Pakistan's Prime Minister Nawaz Sharif gestures as he speaks to media after appearing before a Joint Investigation Team (JIT) in Islamabad, Pakistan. Image Credit: REUTERS

Pakistan Prime Minister Nawaz Sharif’s visit yesterday to the Ministry of Foreign affairs ostensibly for a briefing on foreign policy had more than just one hollow ring. Now in his fifth year as leader of the Islamic world’s only nuclear-armed state, Sharif has clearly ignored calls to appoint a full-time foreign minister, instead choosing to maintain a direct oversight. Consequently, the recurring question is: Is Pakistan’s present-day ruling structure capable of leading the country through its ongoing trials and tribulations?

Given the continuing turbulence in relations between Pakistan and its neighbours, notably India and Afghanistan, with added fallout from events in the Middle East, Islamabad’s full-time watch over foreign policy remains the responsibility of Sartaj Aziz, the prime minister’s 88-year-old foreign policy adviser, who happens to be more than just a octogenarian.

Yet, the happenings at Pakistan’s Foreign Ministry offer just a microcosmic view of the country’s overall direction under Sharif. In the past week, the unfortunate deaths of more than 150 people in an accident near Bahawalpur in the Punjab-Sharif’s home turf, finally prompted him to cut short a trip to the United Kingdom — though, conveniently, only after having spent the Eid day festivities at his family’s up-market and controversial apartments in central London.

His return followed three bloody terrorist attacks in Quetta and the northern city of Parachinar, which appeared to be of little consequence to force an interruption to Sharif’s Eid plans in London. On the face of it, the apparent difference was just one: Bahawalpur stands bang in the middle of Sharif’s political turf in Punjab, whereas Quetta and Parachinar clearly do not. And with elections looming in less than a year, its clear that the prime minister and his coterie of politicians have an eye on winning votes in 2018.

Sharif’s apparent complacency-stricken rule extends to other parts of government too, notably the economy, where providing basic human needs such as health care and education appear to have been overshadowed by an obsession with large and visible infrastructure projects. Meanwhile, Sharif faces a mounting challenge posed by the chance discovery of luxurious and exorbitantly expensive properties owned by his three children in central London.

Widely dubbed as the ‘Panama leaks’, the discovery came about in a set of documents leaked internationally, which documented vast amounts of wealth belonging to the high and mighty across the globe, including members of Pakistan’s ruling family. The investigations into the matter ordered by the Supreme Court under a high-powered Joint Investigation Team or JIT are set to resume. As the investigations continue, Sharif and his cohorts have missed no opportunity to cast doubts on the credibility of the process.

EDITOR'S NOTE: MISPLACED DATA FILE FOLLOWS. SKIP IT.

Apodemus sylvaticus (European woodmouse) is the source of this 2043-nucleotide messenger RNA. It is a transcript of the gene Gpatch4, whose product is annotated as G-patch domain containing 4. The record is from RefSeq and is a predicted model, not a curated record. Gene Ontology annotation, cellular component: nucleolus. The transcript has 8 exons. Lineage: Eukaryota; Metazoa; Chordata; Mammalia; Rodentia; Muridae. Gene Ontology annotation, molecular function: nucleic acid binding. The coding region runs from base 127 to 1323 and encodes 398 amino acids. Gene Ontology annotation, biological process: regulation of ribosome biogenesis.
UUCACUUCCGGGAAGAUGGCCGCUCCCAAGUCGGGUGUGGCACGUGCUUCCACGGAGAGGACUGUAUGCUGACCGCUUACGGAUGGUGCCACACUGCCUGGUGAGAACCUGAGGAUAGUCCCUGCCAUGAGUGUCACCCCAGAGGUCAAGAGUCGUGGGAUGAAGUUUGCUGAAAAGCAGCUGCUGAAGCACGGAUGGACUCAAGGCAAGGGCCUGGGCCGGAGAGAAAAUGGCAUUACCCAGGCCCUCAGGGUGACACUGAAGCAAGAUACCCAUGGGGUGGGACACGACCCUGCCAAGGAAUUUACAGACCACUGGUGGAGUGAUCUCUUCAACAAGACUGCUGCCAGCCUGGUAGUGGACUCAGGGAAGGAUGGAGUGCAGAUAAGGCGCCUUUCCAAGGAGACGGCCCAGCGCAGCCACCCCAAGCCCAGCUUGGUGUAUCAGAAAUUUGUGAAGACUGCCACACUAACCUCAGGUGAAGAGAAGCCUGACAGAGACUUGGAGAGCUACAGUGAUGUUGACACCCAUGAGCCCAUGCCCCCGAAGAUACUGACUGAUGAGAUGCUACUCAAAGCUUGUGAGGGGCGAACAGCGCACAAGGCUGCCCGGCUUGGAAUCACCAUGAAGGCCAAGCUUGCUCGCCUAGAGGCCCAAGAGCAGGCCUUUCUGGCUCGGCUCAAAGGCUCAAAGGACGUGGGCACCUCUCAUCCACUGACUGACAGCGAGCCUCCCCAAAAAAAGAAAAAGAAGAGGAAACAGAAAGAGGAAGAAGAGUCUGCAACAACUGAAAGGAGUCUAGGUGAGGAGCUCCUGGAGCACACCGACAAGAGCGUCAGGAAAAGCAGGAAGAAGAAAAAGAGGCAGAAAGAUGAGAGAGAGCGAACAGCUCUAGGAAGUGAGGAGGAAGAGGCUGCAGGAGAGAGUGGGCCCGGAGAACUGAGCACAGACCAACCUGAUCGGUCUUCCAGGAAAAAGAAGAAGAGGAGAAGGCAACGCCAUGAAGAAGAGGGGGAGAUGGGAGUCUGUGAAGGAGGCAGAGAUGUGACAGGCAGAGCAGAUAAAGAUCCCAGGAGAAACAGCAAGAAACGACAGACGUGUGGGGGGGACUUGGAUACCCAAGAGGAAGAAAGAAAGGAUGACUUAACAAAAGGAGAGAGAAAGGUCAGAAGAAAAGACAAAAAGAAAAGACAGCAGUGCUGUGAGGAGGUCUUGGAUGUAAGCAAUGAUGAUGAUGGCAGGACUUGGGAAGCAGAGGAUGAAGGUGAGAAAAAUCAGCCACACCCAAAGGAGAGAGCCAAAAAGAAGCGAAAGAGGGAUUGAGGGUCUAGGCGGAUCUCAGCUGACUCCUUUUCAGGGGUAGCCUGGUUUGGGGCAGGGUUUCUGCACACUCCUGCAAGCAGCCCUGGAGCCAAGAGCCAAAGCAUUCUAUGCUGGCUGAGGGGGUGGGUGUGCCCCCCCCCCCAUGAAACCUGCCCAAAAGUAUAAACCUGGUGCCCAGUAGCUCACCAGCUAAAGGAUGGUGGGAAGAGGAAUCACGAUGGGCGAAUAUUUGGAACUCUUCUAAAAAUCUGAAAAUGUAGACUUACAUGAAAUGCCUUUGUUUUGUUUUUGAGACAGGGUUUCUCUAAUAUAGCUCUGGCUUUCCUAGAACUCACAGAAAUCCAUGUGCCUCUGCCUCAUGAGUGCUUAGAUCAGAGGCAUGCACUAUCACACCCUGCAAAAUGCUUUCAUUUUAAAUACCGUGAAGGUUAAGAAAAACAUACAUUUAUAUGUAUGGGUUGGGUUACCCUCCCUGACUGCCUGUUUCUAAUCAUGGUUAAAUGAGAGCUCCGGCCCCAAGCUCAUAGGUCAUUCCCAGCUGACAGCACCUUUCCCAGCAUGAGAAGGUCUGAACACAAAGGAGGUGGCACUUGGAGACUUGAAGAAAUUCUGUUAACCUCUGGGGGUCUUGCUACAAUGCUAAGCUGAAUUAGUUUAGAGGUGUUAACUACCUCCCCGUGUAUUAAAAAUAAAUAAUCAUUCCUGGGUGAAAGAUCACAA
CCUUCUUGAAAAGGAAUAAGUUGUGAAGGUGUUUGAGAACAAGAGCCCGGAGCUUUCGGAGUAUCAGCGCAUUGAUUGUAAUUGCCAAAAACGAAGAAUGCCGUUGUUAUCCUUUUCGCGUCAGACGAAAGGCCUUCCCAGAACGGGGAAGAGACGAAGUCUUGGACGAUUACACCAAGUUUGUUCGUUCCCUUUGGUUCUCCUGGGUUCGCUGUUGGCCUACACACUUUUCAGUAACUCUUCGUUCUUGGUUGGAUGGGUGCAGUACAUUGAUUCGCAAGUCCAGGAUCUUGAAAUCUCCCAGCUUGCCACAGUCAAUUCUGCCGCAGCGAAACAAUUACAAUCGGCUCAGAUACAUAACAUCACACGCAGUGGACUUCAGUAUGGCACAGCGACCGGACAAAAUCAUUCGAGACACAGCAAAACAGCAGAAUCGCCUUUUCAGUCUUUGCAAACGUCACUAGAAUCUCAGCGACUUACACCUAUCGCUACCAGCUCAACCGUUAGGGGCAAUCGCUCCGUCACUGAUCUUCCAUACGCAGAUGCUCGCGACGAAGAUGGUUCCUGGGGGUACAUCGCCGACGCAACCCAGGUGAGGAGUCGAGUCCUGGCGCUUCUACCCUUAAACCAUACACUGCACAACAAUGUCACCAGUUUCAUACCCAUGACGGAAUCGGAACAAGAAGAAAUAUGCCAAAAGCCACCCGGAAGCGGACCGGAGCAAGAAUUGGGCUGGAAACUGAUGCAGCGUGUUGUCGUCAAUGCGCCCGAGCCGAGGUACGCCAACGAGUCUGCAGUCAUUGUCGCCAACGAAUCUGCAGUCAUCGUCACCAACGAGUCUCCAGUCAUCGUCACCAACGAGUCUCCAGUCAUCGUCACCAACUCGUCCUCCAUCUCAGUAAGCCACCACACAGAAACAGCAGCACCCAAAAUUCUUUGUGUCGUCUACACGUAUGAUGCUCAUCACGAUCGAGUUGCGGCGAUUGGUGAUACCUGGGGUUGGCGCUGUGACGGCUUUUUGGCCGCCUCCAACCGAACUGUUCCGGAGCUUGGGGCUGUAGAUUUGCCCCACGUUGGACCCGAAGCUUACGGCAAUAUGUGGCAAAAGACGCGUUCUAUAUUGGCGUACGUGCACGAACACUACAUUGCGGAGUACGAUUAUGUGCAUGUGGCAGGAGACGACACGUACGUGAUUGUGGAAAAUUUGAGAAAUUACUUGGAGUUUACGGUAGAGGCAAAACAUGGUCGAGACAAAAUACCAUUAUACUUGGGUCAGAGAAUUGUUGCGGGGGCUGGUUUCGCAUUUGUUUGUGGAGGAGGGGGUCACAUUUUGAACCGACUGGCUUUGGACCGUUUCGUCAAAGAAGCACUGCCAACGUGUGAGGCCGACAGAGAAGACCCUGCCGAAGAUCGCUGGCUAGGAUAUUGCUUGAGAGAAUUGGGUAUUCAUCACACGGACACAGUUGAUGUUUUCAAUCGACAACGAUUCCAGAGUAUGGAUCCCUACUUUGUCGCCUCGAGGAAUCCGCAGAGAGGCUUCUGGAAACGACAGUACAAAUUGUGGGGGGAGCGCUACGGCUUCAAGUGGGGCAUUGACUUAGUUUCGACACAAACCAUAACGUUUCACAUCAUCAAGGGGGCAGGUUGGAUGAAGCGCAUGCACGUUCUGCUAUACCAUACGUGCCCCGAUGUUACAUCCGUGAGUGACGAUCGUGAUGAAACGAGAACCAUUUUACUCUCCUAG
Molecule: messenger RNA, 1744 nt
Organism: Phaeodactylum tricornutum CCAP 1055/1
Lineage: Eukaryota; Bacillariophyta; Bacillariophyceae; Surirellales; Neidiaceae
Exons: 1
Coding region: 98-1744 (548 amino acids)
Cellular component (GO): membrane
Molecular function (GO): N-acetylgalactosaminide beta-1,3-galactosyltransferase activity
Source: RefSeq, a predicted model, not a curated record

Ahead of the prime minister’s visit to the Foreign Ministry, one of his ministers claimed a ‘global’ conspiracy in the works to remove Sharif for his leadership role in undertaking the China-Pakistan Economic Corridor (CPEC) — an ambitious project to create a series of energy and infrastructure related initiatives in Pakistan. The minister additionally claimed that Sharif’s removal in a 1999 coup led by former General Pervez Musharraf was meant to punish the prime minister for overseeing Pakistan’s maiden nuclear tests of 1998.

Both statements couldn’t be any farther from the truth. China’s plan to launch the CPEC is widely known to have preceded Sharif becoming the Prime Minister in 2013. As for the 1998 nuclear tests, the credit must go to a range of actors, notably Pakistan’s army leaders rather than Sharif alone.

As for Pakistan’s future and that of Sharif, both remain unclear. Depending on the outcome of the JIT investigations and the Supreme Court’s subsequent stand, Sharif’s own future will likely be settled one way or the other. And yet, recent events have only proven the yawning gap surrounding Pakistan’s outlook that remains unaddressed.

With recent carnage in Quetta and Parachinar, its clear that Pakistan’s battle against militants is far from over. A powerfully telling reminder of the remaining gaps in this endeavour came earlier this year when Shoaib Suddle, one of Pakistan’s most well-respected former police chiefs, publicly lamented the government’s failure to take action on most of the areas named under a National Action Plan. The plan was once widely touted as the principal document to tackle a range of issues that together contribute to Pakistan’s security crisis. The failure to act is widely known to have come from a consistent failure by the ruling structure to go after some of Pakistan’s most well-entrenched interest groups. And with elections set to take place next year, its hard to imagine the future being any different from the past under Sharif’s rule.

Still, the hope for Pakistan’s future may ultimately lie with its people than one complacency-stricken ruling dispensation after another. Since last Thursday, reports of the havoc wreaked in the southern port city of Karachi after monsoon rains, were a powerful reminder of Pakistan’s continuing resilience. With the now all-too-familiar breakdown of electricity for hours at a time, graphic images of poverty-stricken neighbourhoods showed the inhabitants uniting to brave the challenges, such as pools of rain water blocking access to roads. Pakistanis have clearly learnt to live through one inconsequential set of rulers after another while leaders in Islamabad craft one conspiracy theory after another to save a complacency-stricken establishment.

Farhan Bokhari is a Pakistan-based commentator who writes on political and economic matters.